If only there could be more altars to secular heroes and people of great spirit like Wilde - monuments stripped of medievalism and consecrated to the humanistic spirit. We have McDermott & McGough to thank for this one. 

I’ll end with two Wilde-related poems. The first, “Narcissus” by John Betjeman, always has me weeping halfway through, mainly because it so heartbreakingly shows how the short-sightedness, hang-ups, and prejudices of adults are inflicted upon the innocence of childhood. 

Narcissus

Yes, it was Bedford Park the vision came from - 
de Morgan lustre glowing round the hearth,
And that sweet flower which self-love takes its name from
Nodding among the lilies in the garth,
And Arnold Dolmetsch touching the spinet,
And Mother, Chiswick’s earliest suffragette.

I was a delicate boy - my parents’ only - 
And highly strung. My father was in trade. 
And how I loved, when Mother left me lonely,
To watch old Martha spice the marmalade,
Or help with flower arrangements in the lobby
Before I went to find my playmate Bobby.

We’d go for walks, we bosom boyfriends would
(For Bobby’s watching sisters drove us mad),
And when we just did nothing we were good,
But when we touched each other we were bad.
I found this out when Mother said one day
She thought we were unwholesome in our play.

So Bobby and I were parted. Bobby dear,
I didn’t want my tea. I heard your sisters
Playing at hide-and-seek with you quite near
As off the garden gate I picked the blisters.
Oh tell me, Mother, what I mustn’t do -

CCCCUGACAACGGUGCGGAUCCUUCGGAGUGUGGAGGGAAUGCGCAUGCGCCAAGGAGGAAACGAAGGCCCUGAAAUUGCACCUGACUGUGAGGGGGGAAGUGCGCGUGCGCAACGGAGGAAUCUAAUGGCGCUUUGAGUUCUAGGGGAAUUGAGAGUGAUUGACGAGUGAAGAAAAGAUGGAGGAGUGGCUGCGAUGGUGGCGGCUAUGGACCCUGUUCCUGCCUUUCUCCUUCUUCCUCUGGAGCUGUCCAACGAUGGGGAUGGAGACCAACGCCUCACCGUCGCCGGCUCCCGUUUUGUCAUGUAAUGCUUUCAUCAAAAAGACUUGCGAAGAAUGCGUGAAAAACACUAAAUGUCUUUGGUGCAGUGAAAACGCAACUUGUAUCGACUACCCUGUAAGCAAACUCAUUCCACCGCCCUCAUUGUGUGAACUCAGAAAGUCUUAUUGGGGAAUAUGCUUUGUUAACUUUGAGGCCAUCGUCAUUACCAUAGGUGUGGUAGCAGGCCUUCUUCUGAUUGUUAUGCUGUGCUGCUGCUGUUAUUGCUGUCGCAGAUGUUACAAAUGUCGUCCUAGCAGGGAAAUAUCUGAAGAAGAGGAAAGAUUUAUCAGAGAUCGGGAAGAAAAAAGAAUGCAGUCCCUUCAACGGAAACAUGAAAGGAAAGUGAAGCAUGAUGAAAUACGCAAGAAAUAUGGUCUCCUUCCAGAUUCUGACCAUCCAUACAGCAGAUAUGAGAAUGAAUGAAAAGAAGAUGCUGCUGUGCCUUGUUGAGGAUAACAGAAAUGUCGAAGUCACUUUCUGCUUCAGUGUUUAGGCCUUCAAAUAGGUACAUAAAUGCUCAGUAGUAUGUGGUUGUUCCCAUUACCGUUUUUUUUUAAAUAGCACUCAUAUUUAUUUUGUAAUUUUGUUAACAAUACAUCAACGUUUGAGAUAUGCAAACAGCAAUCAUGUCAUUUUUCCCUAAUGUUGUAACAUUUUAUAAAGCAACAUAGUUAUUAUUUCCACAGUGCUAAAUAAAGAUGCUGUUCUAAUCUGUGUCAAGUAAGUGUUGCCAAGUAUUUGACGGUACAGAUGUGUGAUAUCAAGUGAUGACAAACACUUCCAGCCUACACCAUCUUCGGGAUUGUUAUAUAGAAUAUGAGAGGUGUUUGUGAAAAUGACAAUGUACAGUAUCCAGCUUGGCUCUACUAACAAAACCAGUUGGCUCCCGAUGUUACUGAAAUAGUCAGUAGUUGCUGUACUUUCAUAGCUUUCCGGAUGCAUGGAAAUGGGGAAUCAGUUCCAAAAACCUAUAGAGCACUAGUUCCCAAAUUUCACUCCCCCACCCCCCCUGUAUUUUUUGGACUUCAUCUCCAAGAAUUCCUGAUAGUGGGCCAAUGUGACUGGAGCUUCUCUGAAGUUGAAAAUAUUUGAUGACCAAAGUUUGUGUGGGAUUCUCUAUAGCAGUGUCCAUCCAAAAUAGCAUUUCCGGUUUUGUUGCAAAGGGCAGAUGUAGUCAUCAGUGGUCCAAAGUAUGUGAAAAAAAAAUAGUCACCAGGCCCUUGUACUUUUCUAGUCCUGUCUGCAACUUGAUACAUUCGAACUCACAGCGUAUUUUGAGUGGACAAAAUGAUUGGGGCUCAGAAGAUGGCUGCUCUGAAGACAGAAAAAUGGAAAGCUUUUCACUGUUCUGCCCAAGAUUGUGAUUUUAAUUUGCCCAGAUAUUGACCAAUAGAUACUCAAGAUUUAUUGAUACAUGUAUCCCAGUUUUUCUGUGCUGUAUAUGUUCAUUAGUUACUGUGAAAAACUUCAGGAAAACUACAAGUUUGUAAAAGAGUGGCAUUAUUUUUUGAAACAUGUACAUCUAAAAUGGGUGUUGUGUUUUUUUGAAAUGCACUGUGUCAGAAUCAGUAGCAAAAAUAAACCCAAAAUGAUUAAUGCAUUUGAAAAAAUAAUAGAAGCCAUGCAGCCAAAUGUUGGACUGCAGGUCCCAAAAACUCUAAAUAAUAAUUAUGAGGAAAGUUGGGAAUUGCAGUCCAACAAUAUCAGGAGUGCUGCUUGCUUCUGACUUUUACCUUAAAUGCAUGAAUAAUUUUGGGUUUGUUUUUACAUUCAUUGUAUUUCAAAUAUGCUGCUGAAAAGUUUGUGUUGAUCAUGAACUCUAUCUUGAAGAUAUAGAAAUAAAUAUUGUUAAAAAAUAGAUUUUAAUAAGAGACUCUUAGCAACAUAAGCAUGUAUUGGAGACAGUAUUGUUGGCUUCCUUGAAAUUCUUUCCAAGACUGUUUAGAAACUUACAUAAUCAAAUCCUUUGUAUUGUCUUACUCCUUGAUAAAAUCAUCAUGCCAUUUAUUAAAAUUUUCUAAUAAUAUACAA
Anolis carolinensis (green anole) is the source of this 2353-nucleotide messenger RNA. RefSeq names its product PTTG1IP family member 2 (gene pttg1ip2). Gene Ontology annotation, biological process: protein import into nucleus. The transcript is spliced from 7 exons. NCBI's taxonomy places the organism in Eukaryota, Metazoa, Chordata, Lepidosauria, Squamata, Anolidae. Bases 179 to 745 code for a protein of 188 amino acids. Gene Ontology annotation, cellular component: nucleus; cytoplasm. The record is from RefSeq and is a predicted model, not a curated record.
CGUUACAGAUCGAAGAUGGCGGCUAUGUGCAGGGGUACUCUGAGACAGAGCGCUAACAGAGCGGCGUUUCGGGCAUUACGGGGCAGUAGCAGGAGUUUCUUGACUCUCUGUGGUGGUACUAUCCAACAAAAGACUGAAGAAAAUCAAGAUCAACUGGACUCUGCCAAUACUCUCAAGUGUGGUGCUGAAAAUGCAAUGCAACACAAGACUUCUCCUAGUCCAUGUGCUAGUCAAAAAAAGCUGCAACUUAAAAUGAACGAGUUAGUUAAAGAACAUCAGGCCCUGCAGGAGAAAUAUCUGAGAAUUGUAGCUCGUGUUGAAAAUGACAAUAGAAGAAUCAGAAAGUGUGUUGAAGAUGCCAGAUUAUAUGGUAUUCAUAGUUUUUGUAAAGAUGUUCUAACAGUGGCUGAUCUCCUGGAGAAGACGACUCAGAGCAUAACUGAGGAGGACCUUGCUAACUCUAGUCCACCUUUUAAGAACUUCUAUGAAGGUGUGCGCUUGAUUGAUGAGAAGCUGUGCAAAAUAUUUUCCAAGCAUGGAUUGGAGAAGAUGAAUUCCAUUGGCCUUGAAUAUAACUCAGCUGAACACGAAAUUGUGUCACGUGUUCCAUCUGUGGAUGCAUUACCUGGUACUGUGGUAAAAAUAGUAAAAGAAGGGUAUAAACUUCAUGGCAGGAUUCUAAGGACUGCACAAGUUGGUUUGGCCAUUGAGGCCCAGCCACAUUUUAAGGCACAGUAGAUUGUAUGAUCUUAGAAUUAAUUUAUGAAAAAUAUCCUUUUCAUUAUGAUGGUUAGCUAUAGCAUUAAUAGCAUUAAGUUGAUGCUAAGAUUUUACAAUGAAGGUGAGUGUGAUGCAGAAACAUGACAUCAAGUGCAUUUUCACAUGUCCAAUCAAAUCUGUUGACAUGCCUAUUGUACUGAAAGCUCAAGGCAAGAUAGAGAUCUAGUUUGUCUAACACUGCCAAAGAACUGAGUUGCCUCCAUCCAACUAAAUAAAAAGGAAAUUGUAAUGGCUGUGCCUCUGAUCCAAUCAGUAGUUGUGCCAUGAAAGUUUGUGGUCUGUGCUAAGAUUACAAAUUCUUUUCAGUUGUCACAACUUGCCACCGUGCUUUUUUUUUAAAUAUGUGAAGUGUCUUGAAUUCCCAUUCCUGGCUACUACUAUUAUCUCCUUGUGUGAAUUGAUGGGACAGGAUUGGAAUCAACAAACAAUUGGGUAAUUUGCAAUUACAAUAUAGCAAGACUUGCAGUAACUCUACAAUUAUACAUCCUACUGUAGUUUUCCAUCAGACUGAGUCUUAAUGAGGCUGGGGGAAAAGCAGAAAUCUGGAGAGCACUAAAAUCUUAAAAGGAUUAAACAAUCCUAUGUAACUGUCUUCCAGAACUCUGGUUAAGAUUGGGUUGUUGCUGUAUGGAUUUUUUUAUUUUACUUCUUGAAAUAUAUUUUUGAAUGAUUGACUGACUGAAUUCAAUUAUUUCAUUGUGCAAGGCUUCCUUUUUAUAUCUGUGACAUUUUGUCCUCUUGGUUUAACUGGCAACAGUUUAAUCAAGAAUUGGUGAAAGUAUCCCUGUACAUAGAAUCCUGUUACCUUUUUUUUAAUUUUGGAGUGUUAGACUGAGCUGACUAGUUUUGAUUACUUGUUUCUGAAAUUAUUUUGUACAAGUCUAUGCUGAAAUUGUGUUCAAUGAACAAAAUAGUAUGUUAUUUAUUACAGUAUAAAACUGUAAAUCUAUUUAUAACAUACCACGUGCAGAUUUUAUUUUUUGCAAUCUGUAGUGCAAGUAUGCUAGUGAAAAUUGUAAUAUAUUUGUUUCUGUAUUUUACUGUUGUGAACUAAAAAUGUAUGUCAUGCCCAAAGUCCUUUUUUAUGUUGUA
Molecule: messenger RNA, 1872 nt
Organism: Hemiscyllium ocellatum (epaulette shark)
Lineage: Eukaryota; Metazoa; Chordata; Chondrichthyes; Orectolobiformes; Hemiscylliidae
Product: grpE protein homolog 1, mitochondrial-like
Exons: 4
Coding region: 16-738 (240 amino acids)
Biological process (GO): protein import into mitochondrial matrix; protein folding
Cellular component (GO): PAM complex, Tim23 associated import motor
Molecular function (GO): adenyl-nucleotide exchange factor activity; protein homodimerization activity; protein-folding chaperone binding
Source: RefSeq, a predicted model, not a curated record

Then, Bobby, I can play again with you.

For I know hide-and-seek’s most secret places
More than your sisters do. And you and I
Can scramble into them and leave no traces,
Nothing above us but the twigs and sky,
Nothing below us but the leaf-mould chilly
Where we can warm and hug each other silly.

My Mother wouldn’t tell me why she hated
The things we did, and why they pained her so.
She said a fate far worse than death awaited
People who did the things we didn’t know,
And then she said I was her precious child,
And once there was a man called Oscar Wilde.

‘Open your story book and find a tale
Of ladyes fayre and deeds of derring-do,
Of good Sir Gawaine and the Holy Grail,
Mother will read her boy a page or two
Before she goes, this Women’s Suffrage Week,
To hear that clever Mrs Pankhurst Speak.

Sleep with your hands above your head. That’s right - 
And let no evil thoughts pollute the dark.’
She rose, and lowered the incandescent light.
I heard her footsteps die down Bedford Park.
Mother where are you? Bobby, Bobby, where?
I clung for safety to my teddy bear.

The second poem is A.E. Housman’s “Oh Who is that Young Sinner,” a well-known piece written after Wilde’s arrest but not released until after Housman’s death. Like most of Housman, it has a  countryside sing-song economy that bears a deceptively heavy message. 

Oh Who Is That Young Sinner

Oh who is that young sinner with the handcuffs on his wrists?
And what has he been after that they groan and shake their fists?
And wherefore is he wearing such a conscience-stricken air?
Oh they're taking him to prison for the colour of his hair.

'Tis a shame to human nature, such a head of hair as his;
In the good old time 'twas hanging for the colour that it is;
Though hanging isn't bad enough and flaying would be fair
For the nameless and abominable colour of his hair.

Oh a deal of pains he's taken and a pretty price he's paid
To hide his poll or dye it of a mentionable shade;